Informace o publikaci

Subtypes of insomnia disorders and effectiveness of cognitive behavioral therapy of insomnia



Rok publikování 2021
Druh Další prezentace na konferencích
Fakulta / Pracoviště MU

Filozofická fakulta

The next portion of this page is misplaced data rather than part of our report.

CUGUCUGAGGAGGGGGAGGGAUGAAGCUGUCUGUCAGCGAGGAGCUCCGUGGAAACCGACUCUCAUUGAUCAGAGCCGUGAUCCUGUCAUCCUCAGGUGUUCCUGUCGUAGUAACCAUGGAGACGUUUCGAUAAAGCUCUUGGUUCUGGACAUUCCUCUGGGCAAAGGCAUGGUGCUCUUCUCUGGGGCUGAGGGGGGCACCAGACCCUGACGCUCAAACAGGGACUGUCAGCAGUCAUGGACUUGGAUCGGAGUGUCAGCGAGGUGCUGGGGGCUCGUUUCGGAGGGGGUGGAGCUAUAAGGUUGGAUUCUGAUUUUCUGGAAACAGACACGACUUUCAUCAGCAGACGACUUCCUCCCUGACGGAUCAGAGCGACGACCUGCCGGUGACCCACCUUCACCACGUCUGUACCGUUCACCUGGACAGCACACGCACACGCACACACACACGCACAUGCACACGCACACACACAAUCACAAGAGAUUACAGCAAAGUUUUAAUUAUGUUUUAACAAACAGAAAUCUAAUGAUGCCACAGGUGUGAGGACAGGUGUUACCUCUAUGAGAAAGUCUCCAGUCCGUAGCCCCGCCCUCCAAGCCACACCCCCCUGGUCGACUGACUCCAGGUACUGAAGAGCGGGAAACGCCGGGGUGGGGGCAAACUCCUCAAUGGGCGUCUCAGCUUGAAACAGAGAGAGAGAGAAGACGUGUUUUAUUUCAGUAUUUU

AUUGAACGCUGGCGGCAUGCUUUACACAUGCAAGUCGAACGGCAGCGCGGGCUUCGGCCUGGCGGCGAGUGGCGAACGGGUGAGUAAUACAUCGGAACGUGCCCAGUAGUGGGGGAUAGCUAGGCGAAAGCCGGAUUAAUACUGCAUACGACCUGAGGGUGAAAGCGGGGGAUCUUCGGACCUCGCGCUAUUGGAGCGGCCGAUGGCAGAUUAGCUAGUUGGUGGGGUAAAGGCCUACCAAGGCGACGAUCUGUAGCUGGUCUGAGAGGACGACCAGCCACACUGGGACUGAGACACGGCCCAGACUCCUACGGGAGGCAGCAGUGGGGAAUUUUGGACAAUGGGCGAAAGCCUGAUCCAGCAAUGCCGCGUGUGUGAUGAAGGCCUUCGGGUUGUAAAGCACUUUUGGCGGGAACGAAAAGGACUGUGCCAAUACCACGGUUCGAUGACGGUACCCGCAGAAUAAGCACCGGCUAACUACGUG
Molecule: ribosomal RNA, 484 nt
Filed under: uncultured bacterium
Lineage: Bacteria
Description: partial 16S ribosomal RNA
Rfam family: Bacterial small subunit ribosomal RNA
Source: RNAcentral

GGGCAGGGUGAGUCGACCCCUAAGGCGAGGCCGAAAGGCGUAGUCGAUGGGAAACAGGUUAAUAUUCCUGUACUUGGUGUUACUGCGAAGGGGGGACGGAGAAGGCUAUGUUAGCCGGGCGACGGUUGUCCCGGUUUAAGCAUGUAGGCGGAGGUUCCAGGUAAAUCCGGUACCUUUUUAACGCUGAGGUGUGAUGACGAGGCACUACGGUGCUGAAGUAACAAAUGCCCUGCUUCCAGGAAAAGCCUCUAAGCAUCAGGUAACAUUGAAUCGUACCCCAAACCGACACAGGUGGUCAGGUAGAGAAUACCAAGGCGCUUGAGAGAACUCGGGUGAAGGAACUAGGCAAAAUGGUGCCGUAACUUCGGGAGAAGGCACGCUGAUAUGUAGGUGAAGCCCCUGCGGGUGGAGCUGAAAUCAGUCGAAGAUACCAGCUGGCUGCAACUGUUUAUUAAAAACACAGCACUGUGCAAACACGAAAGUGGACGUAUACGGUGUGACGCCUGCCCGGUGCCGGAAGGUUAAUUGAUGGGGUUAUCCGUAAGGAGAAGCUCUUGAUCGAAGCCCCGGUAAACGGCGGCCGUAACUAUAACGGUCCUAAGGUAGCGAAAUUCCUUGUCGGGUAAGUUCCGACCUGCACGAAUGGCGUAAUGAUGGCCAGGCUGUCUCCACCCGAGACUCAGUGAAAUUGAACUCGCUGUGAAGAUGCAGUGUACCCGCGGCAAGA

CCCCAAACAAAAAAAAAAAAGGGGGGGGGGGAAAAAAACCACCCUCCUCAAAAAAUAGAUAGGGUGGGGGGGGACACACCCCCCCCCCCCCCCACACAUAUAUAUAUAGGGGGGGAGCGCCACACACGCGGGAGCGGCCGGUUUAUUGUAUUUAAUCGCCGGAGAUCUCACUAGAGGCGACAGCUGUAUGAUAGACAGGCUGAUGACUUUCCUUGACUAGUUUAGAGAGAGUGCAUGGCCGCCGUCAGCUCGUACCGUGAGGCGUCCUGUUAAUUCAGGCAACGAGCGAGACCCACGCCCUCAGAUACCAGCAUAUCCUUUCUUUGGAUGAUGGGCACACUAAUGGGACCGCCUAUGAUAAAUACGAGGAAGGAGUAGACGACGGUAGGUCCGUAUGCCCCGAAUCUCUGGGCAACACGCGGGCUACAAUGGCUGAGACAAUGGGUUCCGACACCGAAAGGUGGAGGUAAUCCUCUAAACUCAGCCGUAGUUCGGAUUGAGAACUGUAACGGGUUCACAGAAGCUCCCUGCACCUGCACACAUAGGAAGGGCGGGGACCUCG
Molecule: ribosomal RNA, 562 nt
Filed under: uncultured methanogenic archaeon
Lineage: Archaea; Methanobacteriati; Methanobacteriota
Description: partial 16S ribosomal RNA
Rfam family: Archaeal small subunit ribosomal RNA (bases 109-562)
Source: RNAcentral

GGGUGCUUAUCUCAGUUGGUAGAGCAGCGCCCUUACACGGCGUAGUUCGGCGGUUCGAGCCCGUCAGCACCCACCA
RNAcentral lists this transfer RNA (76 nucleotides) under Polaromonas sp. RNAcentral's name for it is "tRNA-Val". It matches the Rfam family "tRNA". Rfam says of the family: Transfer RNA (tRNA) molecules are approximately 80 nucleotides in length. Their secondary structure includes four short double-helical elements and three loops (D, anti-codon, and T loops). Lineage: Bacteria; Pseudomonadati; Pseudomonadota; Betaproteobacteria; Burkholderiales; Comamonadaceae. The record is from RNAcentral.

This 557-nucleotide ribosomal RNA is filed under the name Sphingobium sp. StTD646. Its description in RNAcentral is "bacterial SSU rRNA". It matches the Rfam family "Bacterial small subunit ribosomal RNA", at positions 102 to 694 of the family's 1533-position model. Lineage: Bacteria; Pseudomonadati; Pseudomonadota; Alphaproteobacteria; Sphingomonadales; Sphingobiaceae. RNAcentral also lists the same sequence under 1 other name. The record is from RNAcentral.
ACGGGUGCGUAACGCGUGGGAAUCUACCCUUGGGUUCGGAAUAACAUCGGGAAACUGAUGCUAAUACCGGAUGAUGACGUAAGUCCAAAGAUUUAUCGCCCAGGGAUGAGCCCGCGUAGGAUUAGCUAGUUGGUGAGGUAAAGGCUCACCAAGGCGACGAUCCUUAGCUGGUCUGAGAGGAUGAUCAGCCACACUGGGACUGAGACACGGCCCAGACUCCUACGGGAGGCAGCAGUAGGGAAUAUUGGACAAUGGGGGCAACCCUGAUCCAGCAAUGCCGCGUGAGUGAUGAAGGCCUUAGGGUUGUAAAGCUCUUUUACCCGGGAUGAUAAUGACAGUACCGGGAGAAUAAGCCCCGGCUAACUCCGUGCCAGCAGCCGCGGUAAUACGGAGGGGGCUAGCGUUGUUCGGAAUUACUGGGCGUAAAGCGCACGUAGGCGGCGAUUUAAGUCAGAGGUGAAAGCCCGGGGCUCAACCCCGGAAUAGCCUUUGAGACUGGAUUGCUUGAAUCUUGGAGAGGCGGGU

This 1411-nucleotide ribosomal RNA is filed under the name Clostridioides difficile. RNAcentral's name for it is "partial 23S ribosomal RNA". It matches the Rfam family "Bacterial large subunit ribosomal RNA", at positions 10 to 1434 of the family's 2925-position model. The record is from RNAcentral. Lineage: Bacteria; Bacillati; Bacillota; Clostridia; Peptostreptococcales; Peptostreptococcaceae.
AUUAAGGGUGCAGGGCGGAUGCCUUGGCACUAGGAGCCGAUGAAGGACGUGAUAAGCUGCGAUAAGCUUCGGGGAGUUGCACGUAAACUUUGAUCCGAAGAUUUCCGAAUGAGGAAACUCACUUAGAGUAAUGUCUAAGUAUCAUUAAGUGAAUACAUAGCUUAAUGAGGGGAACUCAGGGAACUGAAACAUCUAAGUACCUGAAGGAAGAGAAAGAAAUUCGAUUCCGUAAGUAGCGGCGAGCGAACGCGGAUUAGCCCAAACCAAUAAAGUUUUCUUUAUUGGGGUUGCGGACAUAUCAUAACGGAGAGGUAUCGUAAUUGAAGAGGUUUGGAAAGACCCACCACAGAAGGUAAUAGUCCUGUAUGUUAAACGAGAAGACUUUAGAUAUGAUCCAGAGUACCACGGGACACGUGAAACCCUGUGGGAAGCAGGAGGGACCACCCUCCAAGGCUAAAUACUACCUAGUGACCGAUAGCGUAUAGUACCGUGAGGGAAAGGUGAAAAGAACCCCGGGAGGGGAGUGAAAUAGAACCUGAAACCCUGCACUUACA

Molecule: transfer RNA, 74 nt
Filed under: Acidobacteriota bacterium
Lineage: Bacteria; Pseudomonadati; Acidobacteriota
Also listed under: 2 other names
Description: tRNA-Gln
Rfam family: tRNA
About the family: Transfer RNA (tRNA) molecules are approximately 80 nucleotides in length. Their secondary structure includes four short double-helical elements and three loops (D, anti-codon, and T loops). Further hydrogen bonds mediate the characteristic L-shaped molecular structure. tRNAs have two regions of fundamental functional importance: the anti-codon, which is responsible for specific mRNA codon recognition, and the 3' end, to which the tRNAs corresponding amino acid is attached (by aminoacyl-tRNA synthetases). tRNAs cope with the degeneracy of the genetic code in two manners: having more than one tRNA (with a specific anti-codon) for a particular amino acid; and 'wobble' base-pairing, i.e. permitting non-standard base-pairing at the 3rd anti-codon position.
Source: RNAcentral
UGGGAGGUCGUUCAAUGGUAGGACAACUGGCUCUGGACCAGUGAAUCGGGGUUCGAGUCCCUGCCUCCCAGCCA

Popis The global prevalence of insomnia symptoms is between 30-35% and the course of the disease is often chronic (Morin et al., 2015). Clinically significant insomnia is reported by 10–23% of college students (Gress-Smith et al., 2015). The European Guideline for the Diagnosis and Treatment of Insomnia, developed by a working group of the European Society for Sleep Research, proposes cognitive behavioral therapy for insomnia as paramount in the treatment of chronic insomnia in adults of any age (Riemann et al., 2017).The aim of the first part of research project is the translation and adaptation of the Insomnia Type Questionnaire (Blanken et al., 2019) into the Czech sociocultural environment and subsequent verification of its psychometric characteristics and mapping of subtypes of insomnia in the population of young adults. In addition to the Insomnia Type Questionnaire, the test battery contains the questionnaires needed to validate the scales (PSQI, Zung Self-Rating Depression Scale (SDS), Zung Self-Rating Anxiety Scale (SAS), BFI). In second part of study, the aim is to verify the effectiveness of cognitive behavioral therapy of insomnia (CBT-I). We are interested in whether the classification of subjects in research according to subtypes created by Blanken et al. (2019) will correlate with the effectiveness of CBT-I intervention. The research set is composed of university students. The expected number of participants for the CBT-I intervention is 60 students. The planned CBT-I group intervention will take place in a group of approximately 10 students. Two parallel CBT-I groups will take place for three semesters. A control group is not considered in the study. The identification of insomnia subtypes is a potential benefit for clinical practice, as it could allow the selection of high-risk individuals for early preventive intervention. Reducing previously unrecognized insomnia heterogeneity through subtyping can then help elucidate the mechanisms of insomnia and the development of personalized insomnia treatment.
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